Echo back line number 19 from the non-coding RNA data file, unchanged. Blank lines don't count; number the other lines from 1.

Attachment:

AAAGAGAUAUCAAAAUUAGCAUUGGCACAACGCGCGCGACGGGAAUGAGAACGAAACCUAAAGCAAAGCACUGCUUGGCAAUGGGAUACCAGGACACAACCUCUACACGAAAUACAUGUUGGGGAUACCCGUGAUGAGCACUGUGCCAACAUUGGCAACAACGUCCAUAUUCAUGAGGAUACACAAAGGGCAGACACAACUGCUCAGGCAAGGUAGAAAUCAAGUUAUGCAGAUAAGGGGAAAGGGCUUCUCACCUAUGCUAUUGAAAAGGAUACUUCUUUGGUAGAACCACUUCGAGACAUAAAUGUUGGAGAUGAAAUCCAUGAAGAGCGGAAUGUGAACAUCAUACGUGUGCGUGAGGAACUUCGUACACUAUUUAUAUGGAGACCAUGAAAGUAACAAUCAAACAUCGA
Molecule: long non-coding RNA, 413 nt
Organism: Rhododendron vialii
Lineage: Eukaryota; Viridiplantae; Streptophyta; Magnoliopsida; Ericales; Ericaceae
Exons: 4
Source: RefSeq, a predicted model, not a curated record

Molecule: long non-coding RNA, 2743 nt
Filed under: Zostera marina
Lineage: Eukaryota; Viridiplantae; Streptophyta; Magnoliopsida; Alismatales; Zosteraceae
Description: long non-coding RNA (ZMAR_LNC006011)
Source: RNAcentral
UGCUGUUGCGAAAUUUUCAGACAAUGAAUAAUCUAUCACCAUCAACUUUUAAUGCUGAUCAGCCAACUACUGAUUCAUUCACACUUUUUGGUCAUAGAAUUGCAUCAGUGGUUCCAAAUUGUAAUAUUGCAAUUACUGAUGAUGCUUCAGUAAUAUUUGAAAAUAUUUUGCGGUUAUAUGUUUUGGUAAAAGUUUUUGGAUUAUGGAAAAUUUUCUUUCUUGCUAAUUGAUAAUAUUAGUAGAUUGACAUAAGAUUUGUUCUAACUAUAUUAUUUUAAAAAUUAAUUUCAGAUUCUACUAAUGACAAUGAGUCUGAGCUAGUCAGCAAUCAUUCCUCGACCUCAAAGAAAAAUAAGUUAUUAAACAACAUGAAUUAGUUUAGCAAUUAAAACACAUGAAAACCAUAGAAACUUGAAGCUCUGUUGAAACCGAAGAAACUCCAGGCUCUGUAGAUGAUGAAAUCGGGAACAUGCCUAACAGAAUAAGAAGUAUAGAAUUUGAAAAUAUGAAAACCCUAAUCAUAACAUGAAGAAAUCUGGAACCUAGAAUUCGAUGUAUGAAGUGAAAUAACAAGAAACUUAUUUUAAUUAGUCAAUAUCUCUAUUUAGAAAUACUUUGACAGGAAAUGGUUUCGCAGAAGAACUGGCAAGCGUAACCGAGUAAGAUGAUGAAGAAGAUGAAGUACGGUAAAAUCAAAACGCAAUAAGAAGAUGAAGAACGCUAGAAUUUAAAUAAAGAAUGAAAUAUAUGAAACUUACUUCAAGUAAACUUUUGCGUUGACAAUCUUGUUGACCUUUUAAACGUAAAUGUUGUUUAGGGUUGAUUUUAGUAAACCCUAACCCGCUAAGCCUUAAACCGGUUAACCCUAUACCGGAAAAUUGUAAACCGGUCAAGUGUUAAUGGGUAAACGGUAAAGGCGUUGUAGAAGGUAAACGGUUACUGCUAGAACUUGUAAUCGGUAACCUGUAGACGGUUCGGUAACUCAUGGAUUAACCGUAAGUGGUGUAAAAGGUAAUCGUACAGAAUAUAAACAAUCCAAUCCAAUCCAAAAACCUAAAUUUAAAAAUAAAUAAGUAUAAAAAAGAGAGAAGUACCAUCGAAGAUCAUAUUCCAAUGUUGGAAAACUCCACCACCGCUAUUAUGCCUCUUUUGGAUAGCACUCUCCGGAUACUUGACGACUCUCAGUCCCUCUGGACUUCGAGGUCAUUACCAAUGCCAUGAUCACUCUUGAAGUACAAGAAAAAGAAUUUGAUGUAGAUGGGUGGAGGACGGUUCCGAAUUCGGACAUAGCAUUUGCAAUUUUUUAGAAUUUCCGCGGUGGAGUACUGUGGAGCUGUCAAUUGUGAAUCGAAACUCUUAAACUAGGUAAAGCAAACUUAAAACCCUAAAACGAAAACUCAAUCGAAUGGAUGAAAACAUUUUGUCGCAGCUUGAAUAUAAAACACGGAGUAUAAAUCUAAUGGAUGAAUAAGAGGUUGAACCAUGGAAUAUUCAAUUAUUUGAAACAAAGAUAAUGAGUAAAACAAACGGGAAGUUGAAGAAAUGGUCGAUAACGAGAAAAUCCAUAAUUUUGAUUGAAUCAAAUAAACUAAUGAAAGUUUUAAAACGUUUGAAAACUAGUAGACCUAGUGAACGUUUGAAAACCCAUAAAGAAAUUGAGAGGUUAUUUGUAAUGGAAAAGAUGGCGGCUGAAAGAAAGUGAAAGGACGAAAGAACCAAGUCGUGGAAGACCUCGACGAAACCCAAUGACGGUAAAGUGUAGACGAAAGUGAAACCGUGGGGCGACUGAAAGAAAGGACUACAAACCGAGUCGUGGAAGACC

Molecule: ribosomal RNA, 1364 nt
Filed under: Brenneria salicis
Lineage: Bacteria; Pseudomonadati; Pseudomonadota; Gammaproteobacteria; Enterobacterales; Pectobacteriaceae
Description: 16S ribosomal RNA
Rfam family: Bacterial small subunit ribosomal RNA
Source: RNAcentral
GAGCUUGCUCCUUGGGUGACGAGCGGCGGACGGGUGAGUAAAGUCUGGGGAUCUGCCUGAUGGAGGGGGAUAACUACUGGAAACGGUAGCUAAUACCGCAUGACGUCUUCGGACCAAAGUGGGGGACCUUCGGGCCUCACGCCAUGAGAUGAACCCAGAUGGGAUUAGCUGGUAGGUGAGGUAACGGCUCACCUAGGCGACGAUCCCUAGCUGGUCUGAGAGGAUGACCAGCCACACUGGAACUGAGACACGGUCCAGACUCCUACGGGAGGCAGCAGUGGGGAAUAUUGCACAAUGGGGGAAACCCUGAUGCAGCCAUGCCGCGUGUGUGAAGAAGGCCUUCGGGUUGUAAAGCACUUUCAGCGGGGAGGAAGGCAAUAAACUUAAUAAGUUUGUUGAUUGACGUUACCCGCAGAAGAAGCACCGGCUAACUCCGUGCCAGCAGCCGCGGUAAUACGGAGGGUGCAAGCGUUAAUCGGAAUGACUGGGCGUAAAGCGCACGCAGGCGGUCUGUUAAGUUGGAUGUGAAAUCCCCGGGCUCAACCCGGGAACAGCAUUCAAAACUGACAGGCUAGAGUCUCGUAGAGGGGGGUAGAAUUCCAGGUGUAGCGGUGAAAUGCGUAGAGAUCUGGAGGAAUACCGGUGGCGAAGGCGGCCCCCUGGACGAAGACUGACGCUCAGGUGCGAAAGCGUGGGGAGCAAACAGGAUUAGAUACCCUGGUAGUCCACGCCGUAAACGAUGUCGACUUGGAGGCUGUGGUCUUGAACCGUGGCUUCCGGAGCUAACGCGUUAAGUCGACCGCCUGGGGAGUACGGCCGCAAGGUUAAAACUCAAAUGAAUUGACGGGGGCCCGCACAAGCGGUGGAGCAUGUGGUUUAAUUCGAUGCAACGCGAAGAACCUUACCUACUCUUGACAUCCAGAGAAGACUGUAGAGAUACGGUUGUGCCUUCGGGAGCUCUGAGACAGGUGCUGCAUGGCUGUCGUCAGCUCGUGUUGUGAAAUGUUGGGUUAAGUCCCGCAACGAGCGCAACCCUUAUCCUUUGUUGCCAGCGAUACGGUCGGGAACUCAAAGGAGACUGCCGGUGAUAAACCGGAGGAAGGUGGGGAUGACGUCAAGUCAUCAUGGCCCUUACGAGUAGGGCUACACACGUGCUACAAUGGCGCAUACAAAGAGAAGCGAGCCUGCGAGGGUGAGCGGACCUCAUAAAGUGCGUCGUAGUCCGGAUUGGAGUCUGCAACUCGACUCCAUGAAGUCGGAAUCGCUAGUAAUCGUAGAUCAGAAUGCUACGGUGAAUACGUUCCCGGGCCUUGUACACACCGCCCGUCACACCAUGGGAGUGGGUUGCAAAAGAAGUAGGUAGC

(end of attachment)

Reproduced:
GAGCUUGCUCCUUGGGUGACGAGCGGCGGACGGGUGAGUAAAGUCUGGGGAUCUGCCUGAUGGAGGGGGAUAACUACUGGAAACGGUAGCUAAUACCGCAUGACGUCUUCGGACCAAAGUGGGGGACCUUCGGGCCUCACGCCAUGAGAUGAACCCAGAUGGGAUUAGCUGGUAGGUGAGGUAACGGCUCACCUAGGCGACGAUCCCUAGCUGGUCUGAGAGGAUGACCAGCCACACUGGAACUGAGACACGGUCCAGACUCCUACGGGAGGCAGCAGUGGGGAAUAUUGCACAAUGGGGGAAACCCUGAUGCAGCCAUGCCGCGUGUGUGAAGAAGGCCUUCGGGUUGUAAAGCACUUUCAGCGGGGAGGAAGGCAAUAAACUUAAUAAGUUUGUUGAUUGACGUUACCCGCAGAAGAAGCACCGGCUAACUCCGUGCCAGCAGCCGCGGUAAUACGGAGGGUGCAAGCGUUAAUCGGAAUGACUGGGCGUAAAGCGCACGCAGGCGGUCUGUUAAGUUGGAUGUGAAAUCCCCGGGCUCAACCCGGGAACAGCAUUCAAAACUGACAGGCUAGAGUCUCGUAGAGGGGGGUAGAAUUCCAGGUGUAGCGGUGAAAUGCGUAGAGAUCUGGAGGAAUACCGGUGGCGAAGGCGGCCCCCUGGACGAAGACUGACGCUCAGGUGCGAAAGCGUGGGGAGCAAACAGGAUUAGAUACCCUGGUAGUCCACGCCGUAAACGAUGUCGACUUGGAGGCUGUGGUCUUGAACCGUGGCUUCCGGAGCUAACGCGUUAAGUCGACCGCCUGGGGAGUACGGCCGCAAGGUUAAAACUCAAAUGAAUUGACGGGGGCCCGCACAAGCGGUGGAGCAUGUGGUUUAAUUCGAUGCAACGCGAAGAACCUUACCUACUCUUGACAUCCAGAGAAGACUGUAGAGAUACGGUUGUGCCUUCGGGAGCUCUGAGACAGGUGCUGCAUGGCUGUCGUCAGCUCGUGUUGUGAAAUGUUGGGUUAAGUCCCGCAACGAGCGCAACCCUUAUCCUUUGUUGCCAGCGAUACGGUCGGGAACUCAAAGGAGACUGCCGGUGAUAAACCGGAGGAAGGUGGGGAUGACGUCAAGUCAUCAUGGCCCUUACGAGUAGGGCUACACACGUGCUACAAUGGCGCAUACAAAGAGAAGCGAGCCUGCGAGGGUGAGCGGACCUCAUAAAGUGCGUCGUAGUCCGGAUUGGAGUCUGCAACUCGACUCCAUGAAGUCGGAAUCGCUAGUAAUCGUAGAUCAGAAUGCUACGGUGAAUACGUUCCCGGGCCUUGUACACACCGCCCGUCACACCAUGGGAGUGGGUUGCAAAAGAAGUAGGUAGC